implement a minimum interface as described by fail2ban.server.action.ActionBase, which can
       be inherited from to ease implementation.

FILTER FILES (filter.d/*.conf)

       Filter definitions are those in /etc/fail2ban/filter.d/*.conf and filter.d/*.local.

       These  are used to identify failed authentication attempts in log files and to extract the
       host IP address (or hostname if usedns is true).

       Like action files, filter files are ini  files.  The  main  section  is  the  [Definition]

       There are several standard filter definitions used in the [Definition] section:

              is  the  regex  (regular  expression)  to  parse  a common part containing in every
              message, which is applied after datepattern found a match, before  the  search  for
              any failregex or ignoreregex would start.
              If  this  regex doesn't match the process is starting immediately with next message
              and search for any failregex does not occur.
              If prefregex contains <F-CONTENT>...</F-CONTENT>,  the  part  of  message  enclosed
              between  this  tags will be extracted and herafter used as whole message for search
              with failregex or ignoreregex.

              For example:
                      prefregex = ^%(__prefix_line)s (?:ERROR|FAILURE) <F-CONTENT>.+</F-CONTENT>$
                      failregex = ^user not found
                                  ^authentication failed
                                  ^unknown authentication method

              You can use prefregex in order to:

                     - specify 1 common regex to match some common part present in every messages
                     (do avoid unneeded match in every failregex if you have more as one);

                     -  to  cut  some  interesting  part  of message only (to simplify failregex)
                     enclosed between tags <F-CONTENT> and </F-CONTENT>;

                     - to gather some failure identifier  (e.  g.  some  prefix  matched  by  <F-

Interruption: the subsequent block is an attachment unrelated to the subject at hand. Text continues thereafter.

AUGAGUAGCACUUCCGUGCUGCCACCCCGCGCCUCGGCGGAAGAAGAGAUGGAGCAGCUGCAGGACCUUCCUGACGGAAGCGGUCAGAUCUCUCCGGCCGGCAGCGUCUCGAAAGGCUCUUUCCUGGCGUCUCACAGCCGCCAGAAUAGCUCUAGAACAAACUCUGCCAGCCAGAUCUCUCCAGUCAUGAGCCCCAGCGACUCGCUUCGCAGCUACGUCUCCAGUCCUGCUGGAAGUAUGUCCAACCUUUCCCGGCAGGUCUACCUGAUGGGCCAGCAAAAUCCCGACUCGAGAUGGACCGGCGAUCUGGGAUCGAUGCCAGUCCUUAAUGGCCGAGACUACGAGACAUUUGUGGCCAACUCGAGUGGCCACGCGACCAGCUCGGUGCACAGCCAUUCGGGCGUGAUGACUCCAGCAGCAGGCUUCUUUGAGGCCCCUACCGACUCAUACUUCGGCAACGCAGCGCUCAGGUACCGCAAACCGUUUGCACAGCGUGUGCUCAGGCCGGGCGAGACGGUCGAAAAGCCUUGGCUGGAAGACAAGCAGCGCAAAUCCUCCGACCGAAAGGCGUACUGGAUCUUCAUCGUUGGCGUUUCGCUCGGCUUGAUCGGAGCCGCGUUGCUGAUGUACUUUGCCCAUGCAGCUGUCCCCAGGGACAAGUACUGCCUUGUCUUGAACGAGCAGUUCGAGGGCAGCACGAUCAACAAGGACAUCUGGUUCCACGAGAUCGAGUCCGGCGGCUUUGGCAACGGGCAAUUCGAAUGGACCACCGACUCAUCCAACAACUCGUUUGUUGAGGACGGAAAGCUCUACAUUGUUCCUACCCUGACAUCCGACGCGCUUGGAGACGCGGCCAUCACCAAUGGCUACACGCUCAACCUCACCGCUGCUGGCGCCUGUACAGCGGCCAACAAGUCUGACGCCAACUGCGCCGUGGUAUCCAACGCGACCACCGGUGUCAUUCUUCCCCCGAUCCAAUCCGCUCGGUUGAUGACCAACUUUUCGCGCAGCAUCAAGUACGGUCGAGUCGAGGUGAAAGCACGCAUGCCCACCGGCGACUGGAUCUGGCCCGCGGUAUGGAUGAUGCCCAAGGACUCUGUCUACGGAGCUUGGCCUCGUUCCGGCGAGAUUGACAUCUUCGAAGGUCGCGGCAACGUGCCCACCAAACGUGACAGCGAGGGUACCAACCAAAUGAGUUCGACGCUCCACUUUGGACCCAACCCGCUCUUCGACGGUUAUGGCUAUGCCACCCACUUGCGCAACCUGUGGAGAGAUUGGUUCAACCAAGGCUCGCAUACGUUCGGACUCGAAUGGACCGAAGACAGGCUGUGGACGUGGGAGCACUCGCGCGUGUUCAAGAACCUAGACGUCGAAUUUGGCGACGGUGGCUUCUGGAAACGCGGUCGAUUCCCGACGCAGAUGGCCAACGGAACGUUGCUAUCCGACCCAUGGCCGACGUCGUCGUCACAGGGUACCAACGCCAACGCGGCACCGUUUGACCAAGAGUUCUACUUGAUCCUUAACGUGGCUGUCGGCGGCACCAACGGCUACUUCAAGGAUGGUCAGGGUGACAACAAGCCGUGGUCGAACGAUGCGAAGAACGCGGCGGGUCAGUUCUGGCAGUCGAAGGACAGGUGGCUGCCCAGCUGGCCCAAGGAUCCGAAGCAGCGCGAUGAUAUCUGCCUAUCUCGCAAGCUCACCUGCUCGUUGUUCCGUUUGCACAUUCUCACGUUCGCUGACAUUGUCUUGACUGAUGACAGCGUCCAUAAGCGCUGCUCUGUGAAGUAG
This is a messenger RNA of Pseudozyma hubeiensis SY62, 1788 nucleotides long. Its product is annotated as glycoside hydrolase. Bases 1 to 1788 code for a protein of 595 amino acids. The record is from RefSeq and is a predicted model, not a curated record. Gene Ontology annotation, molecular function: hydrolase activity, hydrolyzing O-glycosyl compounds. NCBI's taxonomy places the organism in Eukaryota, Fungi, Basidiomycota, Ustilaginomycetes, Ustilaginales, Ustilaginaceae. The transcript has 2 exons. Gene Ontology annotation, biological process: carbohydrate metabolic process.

MLFID>...<F-MLFID/>  tag)  to  identify  several  messages belonging to same
                     session,  where  a  connect  message  containing  IP  followed  by   failure
                     message(s)  that  are not contain IP; this provides a new multi-line parsing
                     method as replacement for  old  (slow  an  ugly)  multi-line  parsing  using
                     buffering window (maxlines > 1 and <SKIPLINES>);

                     -  to ignore some wrong, too long or even unneeded messages (a.k.a. parasite
                     log traffic) which can be also present in journal, before  failregex  search
                     would take place.

              is  the  regex  (regular  expression) that will match failed attempts. The standard
              replacement tags can be used as part of the regex:

                     <HOST> - common regex for IP addresses and hostnames (if usedns is enabled).
                     Fail2Ban will work out which one of these it actually is.

                     <ADDR> - regex for IP addresses (both families).

                     <IP4> - regex for IPv4 addresses.

                     <IP6> - regex for IPv6 addresses (also IP enclosed in brackets).

                     <DNS> - regex to match hostnames.

                     <CIDR> - helper regex to match CIDR (simple integer form of net-mask).

                     <SUBNET>  - regex to match sub-net adresses (in form of IP/CIDR, also single
                     IP is matched, so part /CIDR is optional).

              NOTE: the failregex will  be  applied  to  the  remaining  part  of  message  after
              prefregex  processing  (if  specified), which in turn takes place after datepattern
              processing (whereby the string of timestamp matching the best pattern, cut out from
              the message).

              For multiline regexs (parsing with maxlines greater that 1) the tag <SKIPLINES> can
              be used to separate lines. This allows lines between the matched lines to  continue
              to be searched for other failures. The tag can be used multiple times.